Apart from payments to veterans, a form of military spending, the remaining items on the list are in two categories. One is aid (pay) to government workers and the other is aid to dependent industries. The government workers get a substantial $1,110. The dependent industries snare a total of $2,147. These industries include education, agriculture, technology, foreign governments, transportation, space, etc. Their receipts are sold to the public as essential projects or investments or infrastructure. Each industry puts out a steady stream of propaganda about how we need them. Farmers tell us we'd starve if they didn't get subsidies. Teachers tell us more and more money is needed for education or else our children will be dolts. Are these the same con games? Yes. Are Americans gullible and fooled? Yes. In reality, all this spending adds up to a great big pork barrel.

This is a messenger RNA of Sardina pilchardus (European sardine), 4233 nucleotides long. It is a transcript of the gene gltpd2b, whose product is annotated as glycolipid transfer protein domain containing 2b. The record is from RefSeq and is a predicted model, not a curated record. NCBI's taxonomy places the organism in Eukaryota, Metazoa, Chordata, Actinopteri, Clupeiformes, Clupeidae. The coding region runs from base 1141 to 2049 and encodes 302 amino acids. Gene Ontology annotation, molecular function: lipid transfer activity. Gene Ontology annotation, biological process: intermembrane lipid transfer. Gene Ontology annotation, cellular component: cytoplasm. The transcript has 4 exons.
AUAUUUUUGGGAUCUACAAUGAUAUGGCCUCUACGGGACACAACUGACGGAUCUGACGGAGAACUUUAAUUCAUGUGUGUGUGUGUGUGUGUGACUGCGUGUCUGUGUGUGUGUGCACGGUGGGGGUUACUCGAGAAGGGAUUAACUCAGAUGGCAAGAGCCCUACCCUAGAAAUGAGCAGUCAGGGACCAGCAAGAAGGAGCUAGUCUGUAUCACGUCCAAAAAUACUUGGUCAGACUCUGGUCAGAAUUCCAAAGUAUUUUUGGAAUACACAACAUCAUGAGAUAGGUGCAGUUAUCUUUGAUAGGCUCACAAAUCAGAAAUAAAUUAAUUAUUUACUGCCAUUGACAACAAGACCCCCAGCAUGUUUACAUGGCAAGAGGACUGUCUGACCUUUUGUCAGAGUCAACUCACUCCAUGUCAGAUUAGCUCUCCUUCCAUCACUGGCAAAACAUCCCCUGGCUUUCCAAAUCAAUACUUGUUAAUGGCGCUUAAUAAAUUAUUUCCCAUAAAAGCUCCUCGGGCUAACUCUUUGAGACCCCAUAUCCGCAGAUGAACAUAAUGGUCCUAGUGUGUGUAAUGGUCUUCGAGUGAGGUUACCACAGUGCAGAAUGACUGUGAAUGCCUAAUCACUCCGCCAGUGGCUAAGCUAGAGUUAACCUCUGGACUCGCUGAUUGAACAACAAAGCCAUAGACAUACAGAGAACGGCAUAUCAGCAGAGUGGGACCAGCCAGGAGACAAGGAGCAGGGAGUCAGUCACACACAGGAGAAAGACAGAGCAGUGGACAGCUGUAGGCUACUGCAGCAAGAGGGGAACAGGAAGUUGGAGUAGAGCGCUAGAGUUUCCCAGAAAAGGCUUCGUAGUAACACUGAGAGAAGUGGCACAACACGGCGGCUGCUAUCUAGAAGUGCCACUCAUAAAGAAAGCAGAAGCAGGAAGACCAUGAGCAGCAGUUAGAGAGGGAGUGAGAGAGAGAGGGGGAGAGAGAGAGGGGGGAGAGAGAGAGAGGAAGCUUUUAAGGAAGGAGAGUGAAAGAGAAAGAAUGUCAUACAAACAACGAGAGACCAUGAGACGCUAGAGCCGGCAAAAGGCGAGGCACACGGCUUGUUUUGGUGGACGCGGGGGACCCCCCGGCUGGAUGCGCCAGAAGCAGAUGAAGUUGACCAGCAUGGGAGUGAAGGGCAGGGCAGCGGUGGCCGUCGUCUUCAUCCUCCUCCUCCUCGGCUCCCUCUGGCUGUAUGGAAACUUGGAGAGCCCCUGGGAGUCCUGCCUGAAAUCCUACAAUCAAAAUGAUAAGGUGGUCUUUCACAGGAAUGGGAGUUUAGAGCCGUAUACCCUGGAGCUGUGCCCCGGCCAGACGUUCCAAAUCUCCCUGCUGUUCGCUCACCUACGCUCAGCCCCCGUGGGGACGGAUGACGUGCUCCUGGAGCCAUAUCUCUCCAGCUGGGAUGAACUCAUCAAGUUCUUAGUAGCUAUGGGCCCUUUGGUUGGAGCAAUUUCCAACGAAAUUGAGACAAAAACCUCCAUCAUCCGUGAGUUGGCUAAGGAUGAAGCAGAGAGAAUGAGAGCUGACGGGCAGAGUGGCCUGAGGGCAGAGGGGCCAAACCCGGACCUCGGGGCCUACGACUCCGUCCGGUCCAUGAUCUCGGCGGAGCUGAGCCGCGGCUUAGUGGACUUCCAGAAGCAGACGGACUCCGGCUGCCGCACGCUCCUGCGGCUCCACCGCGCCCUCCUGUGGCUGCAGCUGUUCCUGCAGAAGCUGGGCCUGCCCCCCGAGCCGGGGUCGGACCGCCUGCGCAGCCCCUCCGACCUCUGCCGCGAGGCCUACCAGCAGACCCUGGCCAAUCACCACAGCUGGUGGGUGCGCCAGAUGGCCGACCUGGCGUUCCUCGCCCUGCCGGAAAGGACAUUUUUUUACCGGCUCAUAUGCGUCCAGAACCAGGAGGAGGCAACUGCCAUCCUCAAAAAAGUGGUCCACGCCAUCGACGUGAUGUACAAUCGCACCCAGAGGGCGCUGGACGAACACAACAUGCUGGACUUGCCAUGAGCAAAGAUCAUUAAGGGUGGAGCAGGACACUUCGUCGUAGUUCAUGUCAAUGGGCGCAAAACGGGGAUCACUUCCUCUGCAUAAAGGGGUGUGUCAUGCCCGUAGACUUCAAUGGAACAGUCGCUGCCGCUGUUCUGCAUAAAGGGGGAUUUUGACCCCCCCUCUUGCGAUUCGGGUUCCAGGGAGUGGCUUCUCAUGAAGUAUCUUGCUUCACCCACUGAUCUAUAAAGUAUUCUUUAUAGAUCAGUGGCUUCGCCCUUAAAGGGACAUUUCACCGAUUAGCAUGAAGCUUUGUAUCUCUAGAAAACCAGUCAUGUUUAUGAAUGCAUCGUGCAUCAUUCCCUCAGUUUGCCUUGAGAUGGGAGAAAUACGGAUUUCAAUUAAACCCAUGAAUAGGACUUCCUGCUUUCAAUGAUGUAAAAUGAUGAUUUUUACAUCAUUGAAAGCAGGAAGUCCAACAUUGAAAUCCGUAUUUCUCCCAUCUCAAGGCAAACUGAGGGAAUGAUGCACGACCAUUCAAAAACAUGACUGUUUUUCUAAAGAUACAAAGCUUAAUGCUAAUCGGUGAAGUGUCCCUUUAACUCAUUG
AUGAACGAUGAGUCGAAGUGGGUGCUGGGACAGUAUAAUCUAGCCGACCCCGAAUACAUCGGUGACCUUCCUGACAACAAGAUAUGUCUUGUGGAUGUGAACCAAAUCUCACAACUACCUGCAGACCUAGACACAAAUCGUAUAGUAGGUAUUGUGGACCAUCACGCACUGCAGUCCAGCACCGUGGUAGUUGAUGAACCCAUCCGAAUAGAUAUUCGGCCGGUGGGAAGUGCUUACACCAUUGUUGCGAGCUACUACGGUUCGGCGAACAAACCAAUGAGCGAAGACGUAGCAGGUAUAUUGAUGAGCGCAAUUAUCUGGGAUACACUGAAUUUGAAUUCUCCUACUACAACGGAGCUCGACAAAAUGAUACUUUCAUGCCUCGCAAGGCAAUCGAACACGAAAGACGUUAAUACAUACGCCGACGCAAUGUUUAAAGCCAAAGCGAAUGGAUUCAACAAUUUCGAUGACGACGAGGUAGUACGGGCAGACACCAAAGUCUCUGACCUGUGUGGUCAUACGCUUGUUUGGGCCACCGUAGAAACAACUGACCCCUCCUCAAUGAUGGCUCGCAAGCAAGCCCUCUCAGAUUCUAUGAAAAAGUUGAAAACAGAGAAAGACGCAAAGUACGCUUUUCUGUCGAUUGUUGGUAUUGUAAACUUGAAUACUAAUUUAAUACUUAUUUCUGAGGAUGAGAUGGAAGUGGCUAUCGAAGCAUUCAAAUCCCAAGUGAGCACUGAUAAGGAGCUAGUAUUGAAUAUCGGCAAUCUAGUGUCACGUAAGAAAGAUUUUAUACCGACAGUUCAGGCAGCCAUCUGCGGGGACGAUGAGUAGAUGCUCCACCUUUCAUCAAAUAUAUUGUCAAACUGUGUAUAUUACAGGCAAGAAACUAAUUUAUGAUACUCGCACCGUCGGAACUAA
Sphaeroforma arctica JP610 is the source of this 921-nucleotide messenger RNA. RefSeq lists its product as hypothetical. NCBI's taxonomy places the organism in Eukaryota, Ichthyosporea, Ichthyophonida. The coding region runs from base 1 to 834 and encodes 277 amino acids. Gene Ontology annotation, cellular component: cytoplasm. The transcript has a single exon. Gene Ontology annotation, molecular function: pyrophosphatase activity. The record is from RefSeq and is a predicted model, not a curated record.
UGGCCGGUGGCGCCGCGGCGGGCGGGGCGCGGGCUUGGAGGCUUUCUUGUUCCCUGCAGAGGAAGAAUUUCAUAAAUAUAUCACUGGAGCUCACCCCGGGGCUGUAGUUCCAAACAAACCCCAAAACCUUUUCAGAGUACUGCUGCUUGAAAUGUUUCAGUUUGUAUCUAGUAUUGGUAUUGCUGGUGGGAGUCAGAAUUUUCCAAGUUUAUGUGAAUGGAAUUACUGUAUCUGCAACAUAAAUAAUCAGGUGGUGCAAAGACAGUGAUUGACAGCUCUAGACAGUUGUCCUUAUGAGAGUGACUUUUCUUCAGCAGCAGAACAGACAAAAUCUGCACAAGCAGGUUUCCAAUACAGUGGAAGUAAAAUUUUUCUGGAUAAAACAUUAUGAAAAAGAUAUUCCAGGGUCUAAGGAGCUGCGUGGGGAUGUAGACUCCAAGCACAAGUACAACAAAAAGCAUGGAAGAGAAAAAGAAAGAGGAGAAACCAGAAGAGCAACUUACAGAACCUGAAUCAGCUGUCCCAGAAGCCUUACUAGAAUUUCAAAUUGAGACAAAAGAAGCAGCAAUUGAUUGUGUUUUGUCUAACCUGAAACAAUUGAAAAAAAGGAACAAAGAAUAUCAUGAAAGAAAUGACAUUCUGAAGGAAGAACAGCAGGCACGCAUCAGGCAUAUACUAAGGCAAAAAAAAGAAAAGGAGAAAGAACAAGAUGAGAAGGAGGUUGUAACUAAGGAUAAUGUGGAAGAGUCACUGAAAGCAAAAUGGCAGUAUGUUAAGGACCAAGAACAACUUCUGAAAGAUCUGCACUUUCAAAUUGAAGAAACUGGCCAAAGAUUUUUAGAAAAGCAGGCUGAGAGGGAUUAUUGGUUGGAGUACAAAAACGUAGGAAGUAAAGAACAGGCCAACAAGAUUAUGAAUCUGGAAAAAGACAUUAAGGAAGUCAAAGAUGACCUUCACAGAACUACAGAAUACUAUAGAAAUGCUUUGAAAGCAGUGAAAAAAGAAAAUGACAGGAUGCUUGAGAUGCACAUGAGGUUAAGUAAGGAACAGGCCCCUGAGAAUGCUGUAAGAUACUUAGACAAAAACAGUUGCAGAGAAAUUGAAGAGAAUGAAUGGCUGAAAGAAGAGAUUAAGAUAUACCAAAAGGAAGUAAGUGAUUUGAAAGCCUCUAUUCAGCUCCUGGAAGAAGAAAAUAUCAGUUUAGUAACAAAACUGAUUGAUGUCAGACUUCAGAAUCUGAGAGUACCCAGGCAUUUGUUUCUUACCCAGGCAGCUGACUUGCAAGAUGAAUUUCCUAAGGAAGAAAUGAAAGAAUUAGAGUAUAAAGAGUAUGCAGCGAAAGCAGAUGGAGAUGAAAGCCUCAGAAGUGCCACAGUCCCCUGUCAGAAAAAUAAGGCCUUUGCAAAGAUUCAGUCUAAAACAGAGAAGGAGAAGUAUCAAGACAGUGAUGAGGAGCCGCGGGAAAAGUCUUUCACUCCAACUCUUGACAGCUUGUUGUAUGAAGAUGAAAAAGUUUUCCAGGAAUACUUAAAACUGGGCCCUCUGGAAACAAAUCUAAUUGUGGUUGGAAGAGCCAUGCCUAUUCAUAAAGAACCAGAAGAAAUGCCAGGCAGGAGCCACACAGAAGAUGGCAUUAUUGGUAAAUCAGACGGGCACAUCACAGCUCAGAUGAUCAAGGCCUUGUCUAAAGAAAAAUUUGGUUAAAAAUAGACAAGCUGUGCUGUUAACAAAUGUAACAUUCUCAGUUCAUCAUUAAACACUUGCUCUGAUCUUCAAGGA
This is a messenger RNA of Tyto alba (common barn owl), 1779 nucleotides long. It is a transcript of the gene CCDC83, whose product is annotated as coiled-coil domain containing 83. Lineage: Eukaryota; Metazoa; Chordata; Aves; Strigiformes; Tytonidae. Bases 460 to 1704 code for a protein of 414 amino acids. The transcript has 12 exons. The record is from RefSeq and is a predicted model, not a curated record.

Working Americans should stop permitting the Federal government to take an average of $17,430 a year from them. We allow a big Federal government because we accept a national ethics that many, I would hope most, of us would never permit in our personal relationships. We allow a big Federal government because we have inherited it and a system that permits it, but also because we have augmented it and cheered on its augmentation. We allow a big Federal government because we foolishly and greedily accept the confidence man's story that we need his help and he'll give it to us for nothing.
We do nothing about the problem of big government because we feel helpless to change the system. We are not helpless. We have to recognize that major changes take time. Just as charity begins at home, so does reform. We cannot rearrange our governmental structure until we clearly understand that it is ethically flawed. We need to understand why it is flawed. We need to teach coming generations, one person at a time, the proper ethics to build a society upon. A few souls can make a large difference. In time as attitudes change, we and they will find ways to change government.